At least five students killed in nationwide protests

At least five students are among nine people killed in clashes with security forces in Sudan during protests against soaring bread prices and shortages of commodities over the past few days, according to a statement by global human rights watchdog Amnesty International.

The state of emergency, which has been declared in several Sudanese cities, has resulted in the closure of several universities until further notice.

In a statement on 21 December, Amnesty Interntional called for an investigation into the death of the protesters. Seif Magango, Amnesty International’s deputy director for East Africa, the Horn and the Great Lakes, called for the killings to end.

“These killings must stop. Opening fire on unarmed protesters cannot be justified and what is clearly needed now is an independent, efficient investigation into these events. All those responsible for unnecessary or excessive use of force, including those with command responsibility, must be brought to justice.”

He also called for all those who were arrested for protesting to be released.

“It [the government] must address the root cause of the rapidly deteriorating economic conditions in the country instead of trying to prevent people from fully exercising their right to protest against the growing hardships they are facing.”

Social media

The students’ deaths and the injuries sustained by others have been confirmed by video footage on social media. One clip provided information about the death of Mohaned Ahmed Mahmoud, a postgraduate student at the faculty of economic and social studies at the University of Khartoum, while another showed students who had been injured as a result of security forces firing tear gas and bullets to disperse protesters at Khartoum University.

There were also demonstrations at Omdurman Islamic University, the National Ribat University and Sudan University of Science and Technology, which is the largest public university in Sudan.

According to Twitter hashtag “The Cities of Sudan rise", which is monitoring the demonstrations across Sudan, including in the capital of Khartoum, protesters took to the streets after Friday prayers to demonstrate against the government’s economic policies chanting, “The people want the fall of the regime”, a mantra associated with the Arab Spring in 2011.

The protests, which are the biggest Sudan's President Omar al-Bashir has faced since he took power in an Islamist and military-backed coup in 1989, were triggered on 19 December by a government decision to raise bread prices from one Sudanese pound (US$0.02) to three Sudanese pounds (US$0.06). The cost of some commodities has more than doubled, inflation is running at close to 70% and the pound has plunged in value.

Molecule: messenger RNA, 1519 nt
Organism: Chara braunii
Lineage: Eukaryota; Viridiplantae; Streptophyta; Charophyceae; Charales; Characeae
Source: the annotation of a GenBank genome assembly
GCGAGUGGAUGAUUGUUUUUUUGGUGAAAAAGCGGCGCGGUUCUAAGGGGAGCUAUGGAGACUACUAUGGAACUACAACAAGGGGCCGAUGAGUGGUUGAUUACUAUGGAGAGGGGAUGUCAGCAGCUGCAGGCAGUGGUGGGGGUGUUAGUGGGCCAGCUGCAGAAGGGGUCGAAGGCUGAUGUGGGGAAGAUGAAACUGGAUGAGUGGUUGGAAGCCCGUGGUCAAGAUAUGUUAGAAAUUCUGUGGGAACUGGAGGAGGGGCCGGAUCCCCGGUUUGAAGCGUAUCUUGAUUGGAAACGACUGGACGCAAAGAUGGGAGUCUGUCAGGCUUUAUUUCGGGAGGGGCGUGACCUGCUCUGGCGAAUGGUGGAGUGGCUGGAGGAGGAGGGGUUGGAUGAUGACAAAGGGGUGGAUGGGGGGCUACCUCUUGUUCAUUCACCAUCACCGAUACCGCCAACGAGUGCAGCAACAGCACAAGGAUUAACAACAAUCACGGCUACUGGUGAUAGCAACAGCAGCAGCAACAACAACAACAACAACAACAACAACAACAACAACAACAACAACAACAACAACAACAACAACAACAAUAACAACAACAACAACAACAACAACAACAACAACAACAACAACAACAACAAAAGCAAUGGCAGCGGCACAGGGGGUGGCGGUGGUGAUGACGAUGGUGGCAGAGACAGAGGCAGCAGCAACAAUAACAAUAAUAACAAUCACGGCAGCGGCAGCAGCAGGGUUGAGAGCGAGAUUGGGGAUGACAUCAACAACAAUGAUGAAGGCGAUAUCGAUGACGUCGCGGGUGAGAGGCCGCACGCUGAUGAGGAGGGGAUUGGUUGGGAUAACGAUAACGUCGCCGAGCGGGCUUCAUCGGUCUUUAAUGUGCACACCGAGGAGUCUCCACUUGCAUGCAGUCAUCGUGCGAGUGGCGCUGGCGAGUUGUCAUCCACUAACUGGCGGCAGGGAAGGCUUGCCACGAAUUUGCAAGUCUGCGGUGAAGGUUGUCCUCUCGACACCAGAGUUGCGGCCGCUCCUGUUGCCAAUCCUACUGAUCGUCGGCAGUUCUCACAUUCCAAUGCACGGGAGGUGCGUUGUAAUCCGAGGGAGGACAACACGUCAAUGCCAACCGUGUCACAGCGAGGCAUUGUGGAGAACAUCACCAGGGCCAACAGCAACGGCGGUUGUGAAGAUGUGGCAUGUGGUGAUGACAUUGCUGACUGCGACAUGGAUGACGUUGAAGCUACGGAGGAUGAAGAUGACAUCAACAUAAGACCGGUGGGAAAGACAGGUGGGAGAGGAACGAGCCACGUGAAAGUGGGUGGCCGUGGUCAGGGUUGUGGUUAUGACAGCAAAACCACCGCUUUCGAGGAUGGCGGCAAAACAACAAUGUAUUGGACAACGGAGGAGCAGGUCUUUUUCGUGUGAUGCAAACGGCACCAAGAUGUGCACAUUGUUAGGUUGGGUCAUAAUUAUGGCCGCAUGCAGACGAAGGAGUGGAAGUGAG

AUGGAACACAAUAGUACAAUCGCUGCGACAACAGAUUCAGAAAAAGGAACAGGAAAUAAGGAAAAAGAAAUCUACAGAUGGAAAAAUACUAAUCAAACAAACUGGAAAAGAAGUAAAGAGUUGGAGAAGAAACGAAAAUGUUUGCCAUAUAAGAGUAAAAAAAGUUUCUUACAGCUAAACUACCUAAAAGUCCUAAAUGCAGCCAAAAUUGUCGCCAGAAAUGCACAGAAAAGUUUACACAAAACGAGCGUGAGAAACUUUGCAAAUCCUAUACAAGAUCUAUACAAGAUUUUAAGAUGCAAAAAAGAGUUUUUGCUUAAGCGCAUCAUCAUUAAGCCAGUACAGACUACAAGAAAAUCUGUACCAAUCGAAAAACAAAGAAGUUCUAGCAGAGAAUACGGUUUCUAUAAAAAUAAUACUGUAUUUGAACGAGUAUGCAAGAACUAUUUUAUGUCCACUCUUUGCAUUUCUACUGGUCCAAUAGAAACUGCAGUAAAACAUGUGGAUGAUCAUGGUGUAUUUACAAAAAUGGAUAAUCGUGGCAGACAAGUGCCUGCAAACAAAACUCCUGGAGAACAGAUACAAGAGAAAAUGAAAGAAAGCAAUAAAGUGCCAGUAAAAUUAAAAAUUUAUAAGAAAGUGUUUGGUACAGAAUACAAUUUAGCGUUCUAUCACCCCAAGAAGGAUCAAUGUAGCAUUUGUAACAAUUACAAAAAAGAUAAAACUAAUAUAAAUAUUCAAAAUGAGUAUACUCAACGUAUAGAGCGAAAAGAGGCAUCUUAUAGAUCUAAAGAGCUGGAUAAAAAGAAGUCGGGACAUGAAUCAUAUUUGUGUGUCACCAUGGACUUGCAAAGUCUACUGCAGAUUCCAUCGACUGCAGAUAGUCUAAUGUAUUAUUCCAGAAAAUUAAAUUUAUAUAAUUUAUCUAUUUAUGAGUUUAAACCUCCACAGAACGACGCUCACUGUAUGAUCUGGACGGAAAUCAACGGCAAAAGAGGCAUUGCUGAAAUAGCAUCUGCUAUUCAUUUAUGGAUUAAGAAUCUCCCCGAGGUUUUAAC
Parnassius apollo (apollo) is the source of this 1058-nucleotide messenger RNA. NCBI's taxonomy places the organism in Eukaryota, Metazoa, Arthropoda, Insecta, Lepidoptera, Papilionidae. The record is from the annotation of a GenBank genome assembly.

According to a 2017 news report, Sudan’s rate of unemployment is 19%. It is believed that 17% of that proportion are university graduates.

Closure of universities

According to the Sudan News Agency, the Minister of Higher Education and Scientific Research, Sadiq Al-Hadi Al-Mahdi, announced on 21 December "the suspension of studies at all higher education institutions in Khartoum state starting on Saturday, 22 December until further notice".

Several other universities outside Khartoum state have announced their closure, including Sinnar University, the University of Dongola, Abdullatif Al-Hamad University and institutions located in White Nile state.

Sudan’s government has blamed nationwide protests on “infiltrators” and opposition parties, according to a 20 December statement by government spokesman Bishara Jumaa.

The demonstrations had been “dealt with by police and security forces in a civilised way without repression or opposition”, he said.

Support for the protests

In sympathy with the protests, the Syndicate of Doctors of Sudan issued a 21 December statement declaring a general strike in all hospitals in Sudan starting on Saturday, until the Sudanese regime steps down. Only emergency treatments will be excluded.

The National Umma Party, Sudan’s main opposition party, called for its members to join the peaceful protest movement, according to a 20 December statement.

The party has supporters within universities and higher education institutions called Al Ansar students' group.

"We appeal to all political and civil forces for more practical steps to unify the ranks in support of the people in their march towards freedom," the statement said.